RELATIVE CLAUSES. John’s sister who is an actress arrived yesterday. John’s sister, who is an actress, arrived yesterday. DEFINING RELATIVE CLAUSES. Tell us some essential information about the things or people they refer to.
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RELATIVE CLAUSES • John’s sister who is an actress arrived yesterday. • John’s sister, who is an actress, arrived yesterday.
DEFINING RELATIVE CLAUSES • Tell us some essential information about the things or people they refer to. The picture that hangs next to Margaret’s portrait is the one I like best. • If we remove the relative clause (that hangs next to Margaret’s portrait) we don’t know which picture they are talking about.
DEFINING RELATIVE CLAUSES • May begin with the relative pronouns who (for people), which (for things), that (for things and people). • May have who, which, that as the subject or object of the relative pronoun. …the picture which/that hangs next to Margaret’s portrait… (which/that is the subject of the relative pronoun) …the woman who/that he married…(who/that is the object of the relative clause, and he is the subject)
DEFINING RELATIVE CLAUSES • Very often omit the relative pronoun when it is the object of the relative clause. The painting we’re looking at now… or The painting which/that we’re looking at now… • Are never separated from the rest of the sentence by commas. • Are used in writing and speaking.
NON-DEFINING RELATIVE CLAUSES • Tell us some extra information about the things or people they refer to. The next painting shows Edmund’s wife Margaret, who he married in 1605. • If we remove the relative clause (who he married in 1605) we still know who they are talking about.
NON-DEFINING RELATIVE CLAUSES • Always begin with the relative pronouns who (for people) and which (for things). • May have who or which (but never that) as the subject or object of the relative clause. • The building, which is very old, costs a lot of money to repair. (NOT that is very old) • The castle’s owner, who we’ve just seen, enjoys meeting visitors. (NOT that we’ve just seen)
NON-DEFINING RELATIVE CLAUSES • Never omit the relative pronoun. • Must be separated from the rest of the sentence by commas. • Are more common in writing than in speaking.
RELATIVE PRONOUNS AND PREPOSITIONS Both defining and non-defining relative clauses: • can begin with whose (instead of his/her/their), when (for times) and where (for places) William, whose wife was a famous beauty, had nine children. Here they are in this picture from the year when the youngest was born. This is my family home, where we’ve lived for 50 years.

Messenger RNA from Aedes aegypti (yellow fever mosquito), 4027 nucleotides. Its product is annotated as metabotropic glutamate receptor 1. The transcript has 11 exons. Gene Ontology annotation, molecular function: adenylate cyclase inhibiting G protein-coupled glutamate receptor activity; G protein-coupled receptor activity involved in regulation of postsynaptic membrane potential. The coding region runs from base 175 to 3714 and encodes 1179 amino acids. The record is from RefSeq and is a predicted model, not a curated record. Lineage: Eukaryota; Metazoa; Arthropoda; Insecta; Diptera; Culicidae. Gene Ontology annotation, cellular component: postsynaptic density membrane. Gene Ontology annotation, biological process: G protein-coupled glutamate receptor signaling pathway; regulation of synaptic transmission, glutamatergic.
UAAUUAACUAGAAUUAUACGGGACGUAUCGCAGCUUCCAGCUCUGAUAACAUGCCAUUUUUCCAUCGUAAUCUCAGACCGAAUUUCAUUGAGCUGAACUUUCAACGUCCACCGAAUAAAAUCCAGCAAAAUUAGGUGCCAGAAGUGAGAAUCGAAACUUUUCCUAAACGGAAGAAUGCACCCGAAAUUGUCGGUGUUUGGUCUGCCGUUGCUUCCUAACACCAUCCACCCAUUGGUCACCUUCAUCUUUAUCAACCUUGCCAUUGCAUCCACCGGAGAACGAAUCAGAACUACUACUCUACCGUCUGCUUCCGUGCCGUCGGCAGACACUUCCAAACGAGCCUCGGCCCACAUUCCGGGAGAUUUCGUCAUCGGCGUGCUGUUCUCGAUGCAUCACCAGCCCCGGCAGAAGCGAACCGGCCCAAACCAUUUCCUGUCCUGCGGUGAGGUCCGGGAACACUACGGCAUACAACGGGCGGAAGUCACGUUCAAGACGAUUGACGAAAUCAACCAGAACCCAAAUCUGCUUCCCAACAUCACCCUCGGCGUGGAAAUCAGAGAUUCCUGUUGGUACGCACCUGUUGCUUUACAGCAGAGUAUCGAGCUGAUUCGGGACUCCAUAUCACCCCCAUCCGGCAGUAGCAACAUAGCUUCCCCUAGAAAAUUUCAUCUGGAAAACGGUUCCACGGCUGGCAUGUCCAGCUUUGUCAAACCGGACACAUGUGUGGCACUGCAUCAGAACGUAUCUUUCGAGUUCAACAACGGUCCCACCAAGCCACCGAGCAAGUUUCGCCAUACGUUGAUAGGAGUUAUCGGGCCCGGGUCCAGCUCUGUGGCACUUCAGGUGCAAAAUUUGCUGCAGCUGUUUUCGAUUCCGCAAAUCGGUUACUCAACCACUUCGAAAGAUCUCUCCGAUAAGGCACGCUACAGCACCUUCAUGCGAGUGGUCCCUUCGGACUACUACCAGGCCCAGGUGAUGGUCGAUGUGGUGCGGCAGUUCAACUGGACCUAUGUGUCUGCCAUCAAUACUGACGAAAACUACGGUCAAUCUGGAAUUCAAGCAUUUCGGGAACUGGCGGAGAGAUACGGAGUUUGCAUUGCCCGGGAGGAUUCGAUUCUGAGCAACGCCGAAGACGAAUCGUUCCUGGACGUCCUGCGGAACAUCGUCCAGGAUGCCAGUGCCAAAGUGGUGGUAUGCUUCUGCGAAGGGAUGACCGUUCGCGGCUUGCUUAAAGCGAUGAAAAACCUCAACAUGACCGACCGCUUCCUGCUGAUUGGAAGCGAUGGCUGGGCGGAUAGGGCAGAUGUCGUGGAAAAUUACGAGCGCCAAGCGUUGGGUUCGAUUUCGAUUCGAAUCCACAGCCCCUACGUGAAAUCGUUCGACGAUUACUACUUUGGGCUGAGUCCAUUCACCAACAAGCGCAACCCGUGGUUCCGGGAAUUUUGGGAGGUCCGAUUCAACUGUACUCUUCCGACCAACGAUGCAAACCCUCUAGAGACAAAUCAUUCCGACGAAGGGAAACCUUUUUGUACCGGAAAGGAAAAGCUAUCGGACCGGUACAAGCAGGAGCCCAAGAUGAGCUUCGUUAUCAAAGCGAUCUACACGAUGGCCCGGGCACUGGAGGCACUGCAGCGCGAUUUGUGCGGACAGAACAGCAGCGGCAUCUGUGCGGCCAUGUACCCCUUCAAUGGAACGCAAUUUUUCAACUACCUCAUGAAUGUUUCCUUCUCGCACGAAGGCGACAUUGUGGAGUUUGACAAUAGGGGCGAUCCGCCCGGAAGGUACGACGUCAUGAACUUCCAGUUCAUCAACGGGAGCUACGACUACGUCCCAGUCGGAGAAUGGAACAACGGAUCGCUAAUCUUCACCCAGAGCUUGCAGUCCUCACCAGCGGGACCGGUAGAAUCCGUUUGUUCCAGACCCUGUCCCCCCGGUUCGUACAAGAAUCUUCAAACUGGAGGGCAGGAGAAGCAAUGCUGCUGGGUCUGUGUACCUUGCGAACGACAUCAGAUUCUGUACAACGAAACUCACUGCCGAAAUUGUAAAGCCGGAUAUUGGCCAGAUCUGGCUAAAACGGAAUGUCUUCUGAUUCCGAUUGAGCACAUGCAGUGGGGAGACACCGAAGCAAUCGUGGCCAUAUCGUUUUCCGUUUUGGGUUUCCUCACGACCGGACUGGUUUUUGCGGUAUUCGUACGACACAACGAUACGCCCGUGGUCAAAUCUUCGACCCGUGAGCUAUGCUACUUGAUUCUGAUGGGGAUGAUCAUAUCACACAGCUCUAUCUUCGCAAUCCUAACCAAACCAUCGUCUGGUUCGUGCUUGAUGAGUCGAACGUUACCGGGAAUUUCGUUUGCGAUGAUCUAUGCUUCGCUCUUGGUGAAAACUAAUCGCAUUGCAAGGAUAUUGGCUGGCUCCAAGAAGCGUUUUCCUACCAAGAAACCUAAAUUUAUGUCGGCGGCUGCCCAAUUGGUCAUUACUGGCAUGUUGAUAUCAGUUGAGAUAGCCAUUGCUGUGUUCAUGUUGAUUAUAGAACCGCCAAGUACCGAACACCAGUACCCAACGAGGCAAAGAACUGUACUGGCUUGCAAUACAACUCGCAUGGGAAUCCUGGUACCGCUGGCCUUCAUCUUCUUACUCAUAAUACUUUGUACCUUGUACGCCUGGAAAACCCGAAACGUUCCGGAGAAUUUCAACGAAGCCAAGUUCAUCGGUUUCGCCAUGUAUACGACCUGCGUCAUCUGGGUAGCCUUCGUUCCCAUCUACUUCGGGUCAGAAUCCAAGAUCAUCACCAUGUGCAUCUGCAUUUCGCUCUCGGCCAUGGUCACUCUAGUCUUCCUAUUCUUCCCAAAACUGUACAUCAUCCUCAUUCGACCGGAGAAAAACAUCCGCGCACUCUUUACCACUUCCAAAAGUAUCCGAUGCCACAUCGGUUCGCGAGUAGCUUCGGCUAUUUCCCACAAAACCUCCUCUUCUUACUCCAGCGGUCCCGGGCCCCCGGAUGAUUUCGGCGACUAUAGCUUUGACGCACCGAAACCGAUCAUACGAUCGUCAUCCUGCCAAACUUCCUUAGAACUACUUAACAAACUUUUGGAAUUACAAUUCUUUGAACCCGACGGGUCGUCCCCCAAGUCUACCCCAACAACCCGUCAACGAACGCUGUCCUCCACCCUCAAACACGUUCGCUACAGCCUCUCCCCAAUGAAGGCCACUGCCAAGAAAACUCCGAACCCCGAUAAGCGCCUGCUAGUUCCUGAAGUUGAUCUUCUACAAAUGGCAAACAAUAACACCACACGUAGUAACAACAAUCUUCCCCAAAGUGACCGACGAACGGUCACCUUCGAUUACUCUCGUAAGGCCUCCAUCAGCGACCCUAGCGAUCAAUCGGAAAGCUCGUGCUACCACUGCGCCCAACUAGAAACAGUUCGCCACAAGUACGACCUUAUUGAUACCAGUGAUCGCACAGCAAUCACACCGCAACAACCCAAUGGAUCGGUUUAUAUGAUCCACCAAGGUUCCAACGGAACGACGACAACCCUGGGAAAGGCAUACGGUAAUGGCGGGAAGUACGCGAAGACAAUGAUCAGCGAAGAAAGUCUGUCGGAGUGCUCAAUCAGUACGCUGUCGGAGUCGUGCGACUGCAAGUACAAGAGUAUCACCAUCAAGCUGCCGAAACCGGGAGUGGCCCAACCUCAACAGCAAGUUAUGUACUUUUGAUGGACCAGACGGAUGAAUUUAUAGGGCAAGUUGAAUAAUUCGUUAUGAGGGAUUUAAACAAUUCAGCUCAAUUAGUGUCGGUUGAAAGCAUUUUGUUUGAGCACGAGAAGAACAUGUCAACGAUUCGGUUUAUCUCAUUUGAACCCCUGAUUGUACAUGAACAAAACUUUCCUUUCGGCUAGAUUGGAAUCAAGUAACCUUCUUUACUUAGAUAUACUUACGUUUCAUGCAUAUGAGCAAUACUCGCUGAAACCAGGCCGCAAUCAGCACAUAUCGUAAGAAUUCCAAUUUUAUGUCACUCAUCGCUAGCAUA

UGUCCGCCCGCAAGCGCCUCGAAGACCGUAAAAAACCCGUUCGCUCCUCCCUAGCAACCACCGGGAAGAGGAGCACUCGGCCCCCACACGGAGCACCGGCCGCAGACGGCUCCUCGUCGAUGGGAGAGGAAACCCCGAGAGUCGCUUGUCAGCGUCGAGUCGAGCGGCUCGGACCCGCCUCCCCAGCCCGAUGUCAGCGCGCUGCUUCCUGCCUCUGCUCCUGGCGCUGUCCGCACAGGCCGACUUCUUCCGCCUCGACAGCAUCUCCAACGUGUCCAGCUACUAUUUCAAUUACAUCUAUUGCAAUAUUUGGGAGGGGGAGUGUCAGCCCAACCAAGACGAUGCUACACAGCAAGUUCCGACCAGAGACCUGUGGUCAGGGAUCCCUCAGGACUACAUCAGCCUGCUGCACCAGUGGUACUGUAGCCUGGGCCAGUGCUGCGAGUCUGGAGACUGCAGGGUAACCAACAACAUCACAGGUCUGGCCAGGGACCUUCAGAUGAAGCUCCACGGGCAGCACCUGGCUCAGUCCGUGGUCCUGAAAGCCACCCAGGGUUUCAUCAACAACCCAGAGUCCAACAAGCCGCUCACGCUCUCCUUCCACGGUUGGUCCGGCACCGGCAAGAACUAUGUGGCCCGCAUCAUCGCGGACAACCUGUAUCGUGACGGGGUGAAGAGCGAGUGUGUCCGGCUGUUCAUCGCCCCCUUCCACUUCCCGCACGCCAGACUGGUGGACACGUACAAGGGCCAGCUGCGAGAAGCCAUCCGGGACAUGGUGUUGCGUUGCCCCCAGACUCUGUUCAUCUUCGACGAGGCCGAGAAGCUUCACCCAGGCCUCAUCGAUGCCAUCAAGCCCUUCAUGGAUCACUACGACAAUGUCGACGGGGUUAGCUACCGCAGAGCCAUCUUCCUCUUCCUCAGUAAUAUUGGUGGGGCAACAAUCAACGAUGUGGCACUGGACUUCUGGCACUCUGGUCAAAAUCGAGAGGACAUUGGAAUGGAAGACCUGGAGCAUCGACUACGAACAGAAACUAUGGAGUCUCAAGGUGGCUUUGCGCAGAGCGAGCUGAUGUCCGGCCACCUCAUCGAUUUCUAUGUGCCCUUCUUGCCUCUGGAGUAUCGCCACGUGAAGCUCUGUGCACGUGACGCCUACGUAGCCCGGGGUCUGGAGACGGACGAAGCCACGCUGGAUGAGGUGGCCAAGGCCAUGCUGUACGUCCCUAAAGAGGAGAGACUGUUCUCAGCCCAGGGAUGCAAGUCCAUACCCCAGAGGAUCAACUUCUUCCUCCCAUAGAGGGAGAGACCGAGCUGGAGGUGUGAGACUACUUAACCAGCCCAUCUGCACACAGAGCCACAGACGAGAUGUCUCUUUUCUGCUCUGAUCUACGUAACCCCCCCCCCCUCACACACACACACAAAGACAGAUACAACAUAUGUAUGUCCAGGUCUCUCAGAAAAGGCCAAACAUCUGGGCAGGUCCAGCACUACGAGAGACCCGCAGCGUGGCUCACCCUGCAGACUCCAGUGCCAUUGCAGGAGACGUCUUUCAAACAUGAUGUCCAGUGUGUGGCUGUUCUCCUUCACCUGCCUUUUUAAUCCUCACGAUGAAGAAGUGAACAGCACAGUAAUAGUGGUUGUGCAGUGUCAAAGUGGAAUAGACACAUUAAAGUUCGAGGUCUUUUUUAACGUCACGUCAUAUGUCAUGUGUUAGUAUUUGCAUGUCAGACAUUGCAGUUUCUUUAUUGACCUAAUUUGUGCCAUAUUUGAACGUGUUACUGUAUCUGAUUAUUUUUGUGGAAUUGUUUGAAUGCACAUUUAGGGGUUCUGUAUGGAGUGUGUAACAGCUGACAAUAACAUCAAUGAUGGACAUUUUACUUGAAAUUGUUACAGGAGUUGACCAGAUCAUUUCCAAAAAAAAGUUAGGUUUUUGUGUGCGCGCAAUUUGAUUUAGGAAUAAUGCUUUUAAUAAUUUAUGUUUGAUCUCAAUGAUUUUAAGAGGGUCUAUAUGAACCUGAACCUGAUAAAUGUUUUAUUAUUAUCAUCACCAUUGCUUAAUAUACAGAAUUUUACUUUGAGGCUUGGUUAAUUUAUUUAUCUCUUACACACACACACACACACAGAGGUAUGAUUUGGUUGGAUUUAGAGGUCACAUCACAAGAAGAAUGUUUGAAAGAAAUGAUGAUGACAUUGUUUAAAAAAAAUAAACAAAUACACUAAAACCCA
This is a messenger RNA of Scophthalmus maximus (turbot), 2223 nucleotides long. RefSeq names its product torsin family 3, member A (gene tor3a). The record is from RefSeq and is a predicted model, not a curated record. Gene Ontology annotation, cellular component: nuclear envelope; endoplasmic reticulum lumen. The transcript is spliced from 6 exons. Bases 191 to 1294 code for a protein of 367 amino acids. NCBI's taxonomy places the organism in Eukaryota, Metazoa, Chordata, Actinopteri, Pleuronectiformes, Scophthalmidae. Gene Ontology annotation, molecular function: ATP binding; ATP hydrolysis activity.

RELATIVE PRONOUNS AND PREPOSITIONS Both defining and non-defining relative clauses: • can begin with whom (for people) as the object of a clause (mainly in written English) His girlfriend, whom he neglected, became very depresses.
Both defining and non-defining relative clauses: • Usually have any prepositions at the end of the clause Peter, who my father used to work with, has become a government minister. • In formal English sometimes have a preposition at the beginning of the clause, followed by which (for things) or whom (for people) Peter, with whom my father used to work, has become… • We cannot use that after a preposition in a relative clause
COMPLETE THE SENTENCES WITH A RELATIVE PRONOUN • Cathy is the woman _____ is married to Ben. • John is the taxi driver _____ Jane is married to. • Jenny is the woman _____ husband likes jogging. • Dave is the man _____ works a s a mechanic. • Cycling is the hobby _____ John likes best. • Ben is married to a woman _____ hobby is reading. • Jogging is something _____ Toby likes to do. • The man _____ brings the post is called Ben. • Photography is something _____ interests Sally. • Sally is the woman _____ works as a bus driver. • Reading is a hobby _____ Cathy enjoys. In which of these sentences can you omit the relative pronoun?
COMBINE EACH PAIR OF SENTENCES BY MAKIG THE SECOND SENTENCE INTO A NON-DEFINING RELATIVE CLAUSE • My brother loves chocolate ice-cream. He is rather fat. • My uncle’s cottage has been damaged by floods. We usually spend our holidays there. • My bicycle has been stolen. I only got it last week. • The chemistry exam was actually quite easy. We had been worrying about it. • The young man caused a fight in a bar. His girlfriend had left him. • During the summer there are dreadful traffic jams. Everyone goes on holiday then. • My parents enjoyed that film very much. They don’t often go to the cinema.